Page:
Second, they show that because tight labor markets disproportionately help those with relatively low incomes, high-pressure labor markets have an equalizing effect. Economist Josh Bivens recently wrote that “excess unemployment may well explain more than a third of the rise in wage inequality since 1979, and likely contributed to the redistribution of income from labor to capital owners.”
Third — and this is particularly relevant to the Fed — by both adding hours to the schedules of those already working and pulling in more workers off the sidelines, high-pressure labor markets boost labor supply, providing the economy with more “room to run,” i.e., more non-inflationary growth.
The diminished costs of high-pressure labor markets
That said, as Rosengren asked, don’t we have to, at some point, worry about the inflationary costs of tight labor markets?
To answer that, consider the figure below. It shows (blue line) the unemployment rate falling and staying below the Fed’s estimate of the lowest unemployment rate consistent with stable inflation (red line). That should push inflation up, right? But the green line shows not only that inflation has remained low but also that it has been below the Fed’s target rate of 2 percent for most of the past decade.
If you’re thinking that’s because low unemployment hasn’t juiced wage growth, and thus producers haven’t needed to raise prices to offset higher labor costs, that’s not so. The yellow line shows gradual wage acceleration, which, for the record, is another important benefit of tight labor markets.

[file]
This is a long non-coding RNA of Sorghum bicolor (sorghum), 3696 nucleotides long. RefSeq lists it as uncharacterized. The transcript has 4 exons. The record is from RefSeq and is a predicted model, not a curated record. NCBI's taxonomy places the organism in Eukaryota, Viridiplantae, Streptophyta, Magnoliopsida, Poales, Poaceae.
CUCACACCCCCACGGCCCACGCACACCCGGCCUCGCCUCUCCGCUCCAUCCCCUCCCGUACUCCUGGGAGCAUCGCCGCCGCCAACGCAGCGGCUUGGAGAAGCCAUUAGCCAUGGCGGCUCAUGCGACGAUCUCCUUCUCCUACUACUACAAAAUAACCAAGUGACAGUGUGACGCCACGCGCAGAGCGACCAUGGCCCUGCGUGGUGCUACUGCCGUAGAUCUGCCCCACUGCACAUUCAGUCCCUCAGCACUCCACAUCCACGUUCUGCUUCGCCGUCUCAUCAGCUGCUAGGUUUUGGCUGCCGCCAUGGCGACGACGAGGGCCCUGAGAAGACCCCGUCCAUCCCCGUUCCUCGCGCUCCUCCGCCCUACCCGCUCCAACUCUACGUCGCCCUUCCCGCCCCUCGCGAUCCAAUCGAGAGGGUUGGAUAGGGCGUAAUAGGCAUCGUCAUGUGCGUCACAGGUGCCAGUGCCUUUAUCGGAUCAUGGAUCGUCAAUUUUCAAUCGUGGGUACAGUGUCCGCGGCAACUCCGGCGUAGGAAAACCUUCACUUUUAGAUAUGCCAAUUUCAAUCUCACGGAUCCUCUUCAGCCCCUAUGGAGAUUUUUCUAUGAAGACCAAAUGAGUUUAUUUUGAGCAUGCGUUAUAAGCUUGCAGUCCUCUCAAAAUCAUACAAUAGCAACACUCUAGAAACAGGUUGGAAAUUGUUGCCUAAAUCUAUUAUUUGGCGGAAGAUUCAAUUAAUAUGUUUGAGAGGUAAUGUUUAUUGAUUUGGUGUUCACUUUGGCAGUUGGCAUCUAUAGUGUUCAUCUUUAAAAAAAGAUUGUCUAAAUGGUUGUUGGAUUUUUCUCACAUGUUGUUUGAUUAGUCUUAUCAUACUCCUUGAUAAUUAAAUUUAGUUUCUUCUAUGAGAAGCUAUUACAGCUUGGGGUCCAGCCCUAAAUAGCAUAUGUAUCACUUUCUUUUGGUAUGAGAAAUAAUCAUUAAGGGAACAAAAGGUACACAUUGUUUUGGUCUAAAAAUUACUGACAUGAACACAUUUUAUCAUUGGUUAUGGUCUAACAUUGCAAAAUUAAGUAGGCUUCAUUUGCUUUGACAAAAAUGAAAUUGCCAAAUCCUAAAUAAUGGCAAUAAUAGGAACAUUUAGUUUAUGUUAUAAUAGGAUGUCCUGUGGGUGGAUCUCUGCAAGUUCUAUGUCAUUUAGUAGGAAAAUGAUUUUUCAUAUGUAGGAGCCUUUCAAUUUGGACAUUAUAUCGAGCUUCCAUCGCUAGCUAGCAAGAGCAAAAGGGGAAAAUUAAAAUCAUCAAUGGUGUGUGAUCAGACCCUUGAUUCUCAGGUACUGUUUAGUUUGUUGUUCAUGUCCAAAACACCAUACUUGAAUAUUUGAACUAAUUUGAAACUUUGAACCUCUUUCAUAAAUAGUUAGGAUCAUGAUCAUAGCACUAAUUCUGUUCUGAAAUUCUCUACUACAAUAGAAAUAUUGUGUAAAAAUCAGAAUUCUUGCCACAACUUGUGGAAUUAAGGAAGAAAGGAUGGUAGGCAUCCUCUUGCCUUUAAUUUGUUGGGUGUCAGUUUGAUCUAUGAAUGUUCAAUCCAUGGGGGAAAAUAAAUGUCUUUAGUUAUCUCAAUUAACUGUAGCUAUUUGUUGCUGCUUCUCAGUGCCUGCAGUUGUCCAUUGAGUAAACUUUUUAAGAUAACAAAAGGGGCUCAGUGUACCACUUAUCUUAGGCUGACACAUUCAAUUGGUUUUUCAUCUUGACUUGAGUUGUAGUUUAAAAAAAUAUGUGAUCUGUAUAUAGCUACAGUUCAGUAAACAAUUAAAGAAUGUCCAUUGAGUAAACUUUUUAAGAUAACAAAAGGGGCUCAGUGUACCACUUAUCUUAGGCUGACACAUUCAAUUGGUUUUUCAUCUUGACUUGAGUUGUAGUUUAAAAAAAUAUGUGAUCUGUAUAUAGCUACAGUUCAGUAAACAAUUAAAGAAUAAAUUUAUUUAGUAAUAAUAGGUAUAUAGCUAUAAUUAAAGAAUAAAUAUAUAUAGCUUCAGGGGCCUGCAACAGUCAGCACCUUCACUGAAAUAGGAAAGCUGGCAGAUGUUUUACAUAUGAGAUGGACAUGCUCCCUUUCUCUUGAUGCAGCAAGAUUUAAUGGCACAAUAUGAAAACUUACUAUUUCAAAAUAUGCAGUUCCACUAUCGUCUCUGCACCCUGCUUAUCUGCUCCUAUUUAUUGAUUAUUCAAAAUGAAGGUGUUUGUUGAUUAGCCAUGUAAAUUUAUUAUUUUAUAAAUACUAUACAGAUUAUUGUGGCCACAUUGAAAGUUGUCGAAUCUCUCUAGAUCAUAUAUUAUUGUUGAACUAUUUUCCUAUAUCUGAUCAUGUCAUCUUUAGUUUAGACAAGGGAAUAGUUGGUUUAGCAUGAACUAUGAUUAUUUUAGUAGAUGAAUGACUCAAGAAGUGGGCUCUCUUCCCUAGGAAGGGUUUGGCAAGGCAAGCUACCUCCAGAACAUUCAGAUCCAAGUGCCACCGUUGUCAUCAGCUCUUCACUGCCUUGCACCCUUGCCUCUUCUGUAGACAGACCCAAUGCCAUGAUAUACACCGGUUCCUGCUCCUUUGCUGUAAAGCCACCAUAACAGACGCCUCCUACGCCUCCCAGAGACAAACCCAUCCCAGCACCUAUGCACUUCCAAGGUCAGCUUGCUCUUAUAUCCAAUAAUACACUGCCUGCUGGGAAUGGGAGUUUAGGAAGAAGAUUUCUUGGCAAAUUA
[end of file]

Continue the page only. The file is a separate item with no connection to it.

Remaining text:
What this data pattern means is that the Fed can exploit the benefits of prolonged full employment for much longer than would be the case if the correlation between tight labor markets and inflation were stronger.
In other words, we have the collision between several powerful forces. Unemployment has fallen to levels most economists believed would be inflationary, and yet inflation remains tame. Such low unemployment is both lifting workers’ pay and helping people who’ve long been left behind to climb over steep barriers to labor market entry that hold them back in weaker labor markets.
And, perhaps most importantly, at least for now, a uniquely tuned-in Federal Reserve is responding by explicitly touting and supporting these dynamics. That’s good news for the beneficiaries of tight labor markets and, if we’re willing to learn these crucial lessons, for our understanding of how economies and labor markets function.
Jared Bernstein is a senior fellow at the Center on Budget and Policy Priorities and was the chief economic adviser to Vice President Joe Biden from 2009 to 2011.